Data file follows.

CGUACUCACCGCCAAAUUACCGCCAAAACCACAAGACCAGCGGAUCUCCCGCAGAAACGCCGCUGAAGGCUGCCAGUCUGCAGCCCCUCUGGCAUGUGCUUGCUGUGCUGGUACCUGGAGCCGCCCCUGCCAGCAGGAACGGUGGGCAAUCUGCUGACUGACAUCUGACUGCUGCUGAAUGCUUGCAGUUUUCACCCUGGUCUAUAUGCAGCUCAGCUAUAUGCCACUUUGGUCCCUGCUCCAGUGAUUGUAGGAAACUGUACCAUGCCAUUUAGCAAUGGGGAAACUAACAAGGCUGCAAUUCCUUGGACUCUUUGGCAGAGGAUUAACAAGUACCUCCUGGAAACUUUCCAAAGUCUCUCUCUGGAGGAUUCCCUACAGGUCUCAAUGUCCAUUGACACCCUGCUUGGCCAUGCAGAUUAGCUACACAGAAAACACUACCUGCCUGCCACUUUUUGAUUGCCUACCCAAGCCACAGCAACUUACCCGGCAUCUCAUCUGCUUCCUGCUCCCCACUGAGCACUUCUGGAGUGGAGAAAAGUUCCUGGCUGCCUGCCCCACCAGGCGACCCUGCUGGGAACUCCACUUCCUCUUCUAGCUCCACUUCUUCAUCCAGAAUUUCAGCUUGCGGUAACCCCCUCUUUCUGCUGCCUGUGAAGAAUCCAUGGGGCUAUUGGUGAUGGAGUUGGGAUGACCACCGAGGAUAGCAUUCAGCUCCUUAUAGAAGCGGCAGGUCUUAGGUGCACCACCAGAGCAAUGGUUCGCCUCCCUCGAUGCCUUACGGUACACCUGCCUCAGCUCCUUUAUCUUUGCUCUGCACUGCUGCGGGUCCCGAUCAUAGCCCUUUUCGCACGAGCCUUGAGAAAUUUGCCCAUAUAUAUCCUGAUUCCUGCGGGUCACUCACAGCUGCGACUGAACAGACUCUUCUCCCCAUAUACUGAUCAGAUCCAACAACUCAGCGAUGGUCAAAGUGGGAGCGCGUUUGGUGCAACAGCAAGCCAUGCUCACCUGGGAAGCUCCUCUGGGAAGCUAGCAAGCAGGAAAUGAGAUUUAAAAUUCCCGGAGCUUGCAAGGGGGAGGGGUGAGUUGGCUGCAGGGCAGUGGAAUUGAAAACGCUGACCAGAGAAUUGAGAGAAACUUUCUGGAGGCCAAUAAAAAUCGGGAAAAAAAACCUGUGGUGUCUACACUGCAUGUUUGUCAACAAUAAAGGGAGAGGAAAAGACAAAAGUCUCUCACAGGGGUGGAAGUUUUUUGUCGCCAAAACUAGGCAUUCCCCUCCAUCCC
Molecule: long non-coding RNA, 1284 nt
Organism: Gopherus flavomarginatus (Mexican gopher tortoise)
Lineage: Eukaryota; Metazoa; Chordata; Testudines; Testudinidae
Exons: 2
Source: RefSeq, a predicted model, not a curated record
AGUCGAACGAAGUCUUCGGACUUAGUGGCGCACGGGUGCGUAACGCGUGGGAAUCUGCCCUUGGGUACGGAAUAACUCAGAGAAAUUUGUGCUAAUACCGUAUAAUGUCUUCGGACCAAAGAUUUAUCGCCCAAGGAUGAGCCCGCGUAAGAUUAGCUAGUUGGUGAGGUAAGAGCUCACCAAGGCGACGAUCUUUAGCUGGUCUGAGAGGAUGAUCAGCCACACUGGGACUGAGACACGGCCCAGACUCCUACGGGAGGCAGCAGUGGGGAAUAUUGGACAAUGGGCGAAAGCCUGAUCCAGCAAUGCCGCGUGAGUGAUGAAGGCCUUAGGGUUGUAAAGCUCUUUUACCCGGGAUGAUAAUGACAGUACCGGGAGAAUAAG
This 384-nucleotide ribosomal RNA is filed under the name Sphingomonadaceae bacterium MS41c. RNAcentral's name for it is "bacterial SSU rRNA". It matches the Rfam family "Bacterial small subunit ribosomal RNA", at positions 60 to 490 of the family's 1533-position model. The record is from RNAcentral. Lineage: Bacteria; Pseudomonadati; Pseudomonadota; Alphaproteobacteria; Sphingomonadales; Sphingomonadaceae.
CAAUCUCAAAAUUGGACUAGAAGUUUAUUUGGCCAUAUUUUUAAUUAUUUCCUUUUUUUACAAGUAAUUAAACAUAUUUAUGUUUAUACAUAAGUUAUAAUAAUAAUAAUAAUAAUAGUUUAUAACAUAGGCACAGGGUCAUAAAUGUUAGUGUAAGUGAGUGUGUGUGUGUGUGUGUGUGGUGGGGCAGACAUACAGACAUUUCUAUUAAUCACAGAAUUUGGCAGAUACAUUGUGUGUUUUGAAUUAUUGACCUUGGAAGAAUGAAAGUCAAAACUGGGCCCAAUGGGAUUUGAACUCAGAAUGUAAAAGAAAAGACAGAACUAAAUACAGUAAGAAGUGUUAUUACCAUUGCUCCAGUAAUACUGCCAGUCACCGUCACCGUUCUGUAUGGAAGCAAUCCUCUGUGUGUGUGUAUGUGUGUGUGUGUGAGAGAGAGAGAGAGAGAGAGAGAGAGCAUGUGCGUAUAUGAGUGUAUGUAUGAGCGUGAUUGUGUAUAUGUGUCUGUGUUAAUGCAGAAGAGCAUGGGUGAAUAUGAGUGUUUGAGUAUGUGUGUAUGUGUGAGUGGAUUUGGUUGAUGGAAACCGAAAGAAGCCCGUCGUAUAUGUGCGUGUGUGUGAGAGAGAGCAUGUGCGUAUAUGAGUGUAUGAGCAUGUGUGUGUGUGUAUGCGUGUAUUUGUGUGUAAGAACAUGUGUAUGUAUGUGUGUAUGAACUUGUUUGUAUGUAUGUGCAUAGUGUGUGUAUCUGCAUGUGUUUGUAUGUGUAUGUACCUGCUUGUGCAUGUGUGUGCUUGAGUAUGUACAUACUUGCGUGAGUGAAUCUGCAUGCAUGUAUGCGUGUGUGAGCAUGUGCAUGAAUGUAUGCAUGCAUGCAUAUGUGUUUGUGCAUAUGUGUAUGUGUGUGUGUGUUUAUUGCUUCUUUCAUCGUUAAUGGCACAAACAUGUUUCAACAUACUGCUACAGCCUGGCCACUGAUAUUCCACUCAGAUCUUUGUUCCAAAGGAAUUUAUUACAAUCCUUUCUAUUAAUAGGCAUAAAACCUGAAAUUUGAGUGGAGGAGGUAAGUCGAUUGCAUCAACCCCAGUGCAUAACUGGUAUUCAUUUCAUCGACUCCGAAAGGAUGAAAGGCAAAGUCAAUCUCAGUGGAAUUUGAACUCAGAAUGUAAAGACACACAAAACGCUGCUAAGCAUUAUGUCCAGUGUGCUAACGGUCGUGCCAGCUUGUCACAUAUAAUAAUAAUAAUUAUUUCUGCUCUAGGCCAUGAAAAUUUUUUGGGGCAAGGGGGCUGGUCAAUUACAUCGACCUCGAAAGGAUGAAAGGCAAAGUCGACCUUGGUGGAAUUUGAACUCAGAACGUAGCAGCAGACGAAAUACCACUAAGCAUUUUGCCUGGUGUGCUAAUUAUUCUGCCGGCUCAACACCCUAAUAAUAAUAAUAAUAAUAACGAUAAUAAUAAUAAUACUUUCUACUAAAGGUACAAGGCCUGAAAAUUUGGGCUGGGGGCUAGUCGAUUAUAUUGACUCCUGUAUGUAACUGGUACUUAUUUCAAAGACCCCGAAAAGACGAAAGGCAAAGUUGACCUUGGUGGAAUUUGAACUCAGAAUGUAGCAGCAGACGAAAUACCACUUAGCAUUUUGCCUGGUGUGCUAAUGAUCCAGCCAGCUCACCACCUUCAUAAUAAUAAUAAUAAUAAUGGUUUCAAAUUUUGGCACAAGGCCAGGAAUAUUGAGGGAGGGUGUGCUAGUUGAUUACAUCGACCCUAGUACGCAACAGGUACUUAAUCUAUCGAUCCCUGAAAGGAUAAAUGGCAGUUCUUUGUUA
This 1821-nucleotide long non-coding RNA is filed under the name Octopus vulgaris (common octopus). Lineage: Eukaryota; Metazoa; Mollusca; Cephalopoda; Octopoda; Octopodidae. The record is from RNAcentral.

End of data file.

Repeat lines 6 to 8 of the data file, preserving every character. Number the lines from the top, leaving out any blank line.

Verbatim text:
Source: RefSeq, a predicted model, not a curated record
AGUCGAACGAAGUCUUCGGACUUAGUGGCGCACGGGUGCGUAACGCGUGGGAAUCUGCCCUUGGGUACGGAAUAACUCAGAGAAAUUUGUGCUAAUACCGUAUAAUGUCUUCGGACCAAAGAUUUAUCGCCCAAGGAUGAGCCCGCGUAAGAUUAGCUAGUUGGUGAGGUAAGAGCUCACCAAGGCGACGAUCUUUAGCUGGUCUGAGAGGAUGAUCAGCCACACUGGGACUGAGACACGGCCCAGACUCCUACGGGAGGCAGCAGUGGGGAAUAUUGGACAAUGGGCGAAAGCCUGAUCCAGCAAUGCCGCGUGAGUGAUGAAGGCCUUAGGGUUGUAAAGCUCUUUUACCCGGGAUGAUAAUGACAGUACCGGGAGAAUAAG
This 384-nucleotide ribosomal RNA is filed under the name Sphingomonadaceae bacterium MS41c. RNAcentral's name for it is "bacterial SSU rRNA". It matches the Rfam family "Bacterial small subunit ribosomal RNA", at positions 60 to 490 of the family's 1533-position model. The record is from RNAcentral. Lineage: Bacteria; Pseudomonadati; Pseudomonadota; Alphaproteobacteria; Sphingomonadales; Sphingomonadaceae.